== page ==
While some organizations are tentatively considering a move back to in-person events or considering hybrid events in 2022, most are doubling down on virtual events. No matter what your plans looks like, planning an event requires bringing engaging speakers who can entertain and inform your audience.
As you plan for your event, there are many types of speakers to choose from. You can have executives of your own company or employees with specialized knowledge present. An athlete or entertainer can add some star power to the lineup. A professional speaker who has written a popular, bestselling book might be perfect for your audience. Or maybe you can invite somebody from a well-known company to provide their insights.
I’ll admit that since I am a professional speaker, I’m a bit biased. Certainly, there’s no right or wrong approach to hiring a powerful event speaker. Many factors, such as how many speakers you will be featuring, and the knowledge level of your audience, should be considered.
While in this article I won’t dig into the pros and cons of hiring a famous athlete or entertainer or consider the wisdom of having executives or employees of your own company speak.
I do want to look at the choice between an external professional speaker compared to a speaker from another more famous company than your own.
To make things simple, here are some easy definitions and examples of each type I’ll compare in this article.
Professional speakers include people who have written a popular bestselling book, famous journalists including television presenters, CEOs who have built a well-known company, and others who are paid to speak at events.
Corporate speakers are people from companies other than your own and might be partners or customers of your company or a representative from a famous brand. At many events, it is popular to get somebody on stage from a large and famous organization like Harvard, Google, SpaceX, or whatever the big kahuna is in your marketplace or country.
Benefits of professional speakers
Professional speakers often come from a background where people already know who they are. This means that there’s an excitement and buzz prior to the event and people. Professional speakers can help you increase your attendance and energize your event throughout.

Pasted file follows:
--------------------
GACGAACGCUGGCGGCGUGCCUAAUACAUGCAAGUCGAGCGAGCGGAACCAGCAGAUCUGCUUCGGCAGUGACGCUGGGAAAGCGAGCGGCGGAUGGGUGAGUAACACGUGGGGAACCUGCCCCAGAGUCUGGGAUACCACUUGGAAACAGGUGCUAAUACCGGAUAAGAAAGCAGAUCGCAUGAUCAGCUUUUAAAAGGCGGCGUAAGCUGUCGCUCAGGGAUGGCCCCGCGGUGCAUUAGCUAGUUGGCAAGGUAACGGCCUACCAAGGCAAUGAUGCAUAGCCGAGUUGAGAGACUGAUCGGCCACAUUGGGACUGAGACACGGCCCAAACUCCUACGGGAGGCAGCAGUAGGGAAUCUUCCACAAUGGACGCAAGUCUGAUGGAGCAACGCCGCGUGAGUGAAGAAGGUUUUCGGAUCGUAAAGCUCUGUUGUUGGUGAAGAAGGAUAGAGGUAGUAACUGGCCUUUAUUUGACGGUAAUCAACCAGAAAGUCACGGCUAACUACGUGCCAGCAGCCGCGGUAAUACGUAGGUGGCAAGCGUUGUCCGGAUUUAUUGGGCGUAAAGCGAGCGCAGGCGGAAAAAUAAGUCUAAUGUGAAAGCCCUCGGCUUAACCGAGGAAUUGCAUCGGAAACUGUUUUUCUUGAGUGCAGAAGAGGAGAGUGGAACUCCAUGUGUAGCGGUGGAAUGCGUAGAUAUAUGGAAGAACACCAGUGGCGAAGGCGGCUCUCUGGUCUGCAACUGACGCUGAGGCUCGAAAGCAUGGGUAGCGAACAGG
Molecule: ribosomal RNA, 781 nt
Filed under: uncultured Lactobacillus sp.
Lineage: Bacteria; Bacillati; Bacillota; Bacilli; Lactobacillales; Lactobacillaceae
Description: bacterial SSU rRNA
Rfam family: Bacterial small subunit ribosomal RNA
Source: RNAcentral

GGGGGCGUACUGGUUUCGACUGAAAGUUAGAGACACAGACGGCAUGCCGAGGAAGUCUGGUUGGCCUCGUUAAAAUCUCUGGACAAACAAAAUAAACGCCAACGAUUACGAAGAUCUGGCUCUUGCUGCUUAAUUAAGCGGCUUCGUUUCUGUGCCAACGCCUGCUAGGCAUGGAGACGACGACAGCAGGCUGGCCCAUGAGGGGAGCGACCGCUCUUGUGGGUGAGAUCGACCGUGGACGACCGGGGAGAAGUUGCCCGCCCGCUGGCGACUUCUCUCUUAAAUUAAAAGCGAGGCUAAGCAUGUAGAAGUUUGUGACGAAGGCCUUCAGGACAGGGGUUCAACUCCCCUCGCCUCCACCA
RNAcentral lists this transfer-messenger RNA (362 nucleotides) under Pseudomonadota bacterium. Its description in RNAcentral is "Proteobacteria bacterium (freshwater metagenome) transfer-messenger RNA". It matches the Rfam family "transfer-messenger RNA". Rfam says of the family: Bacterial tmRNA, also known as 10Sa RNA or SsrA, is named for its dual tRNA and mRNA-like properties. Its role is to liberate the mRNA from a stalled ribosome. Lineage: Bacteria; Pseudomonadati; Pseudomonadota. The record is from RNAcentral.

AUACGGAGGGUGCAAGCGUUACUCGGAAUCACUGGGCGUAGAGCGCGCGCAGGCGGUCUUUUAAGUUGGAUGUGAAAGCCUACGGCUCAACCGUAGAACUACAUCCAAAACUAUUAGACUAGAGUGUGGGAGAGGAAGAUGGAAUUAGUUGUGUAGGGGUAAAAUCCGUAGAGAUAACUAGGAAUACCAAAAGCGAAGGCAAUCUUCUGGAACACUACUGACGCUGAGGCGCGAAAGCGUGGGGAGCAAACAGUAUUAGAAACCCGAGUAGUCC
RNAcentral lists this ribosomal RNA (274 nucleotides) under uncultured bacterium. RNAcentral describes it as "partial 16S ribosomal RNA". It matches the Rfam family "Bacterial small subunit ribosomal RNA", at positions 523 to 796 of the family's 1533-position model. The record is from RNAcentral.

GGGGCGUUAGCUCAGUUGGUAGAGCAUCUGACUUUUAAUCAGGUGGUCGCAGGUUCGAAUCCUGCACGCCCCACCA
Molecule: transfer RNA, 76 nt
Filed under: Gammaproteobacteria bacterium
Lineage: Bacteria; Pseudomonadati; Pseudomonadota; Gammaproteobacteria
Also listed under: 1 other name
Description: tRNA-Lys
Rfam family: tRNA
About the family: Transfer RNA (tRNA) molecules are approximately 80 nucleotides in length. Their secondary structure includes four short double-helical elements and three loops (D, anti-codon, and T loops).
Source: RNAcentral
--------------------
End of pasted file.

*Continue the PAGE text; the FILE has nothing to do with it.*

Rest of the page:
Professional speakers know how to create a great audience experience
Choosing a professional speaker who has delivered hundreds of presentations and has a stellar reputation among attendees and meeting planners means you are bringing in somebody who is likely to deliver a fabulous experience for your audience. These people are pros, and they understand how to engage with a virtual or in-person audience.
A skilled professional speaker should be able to entertain as well as inform the audience. They know they are there to provide much more than just data on a PowerPoint slide.
Professional speakers can make your job easier
A professional speaker who has worked with hundreds of event organizers can be a very valuable resource as you plan your event. You can ask them for suggestions on how to best use their talents, such as doing Q&A after the talk or not. They know what has worked well in the past and how to create the best environment for success.
Most professional speakers understand the technologies of how they present very well, so you can rest assured that they will come to the soundcheck prepared to work with your technology team on the details.
Drawbacks of professional speakers
As you evaluate the wisdom of using a professional speaker, keep in mind that like any job, there are some people who are amazing at what they do and deliver full out for every single client. However, there are also some people who are just in it for the money or who have become jaded. Some “speak and run” without interacting with your audience.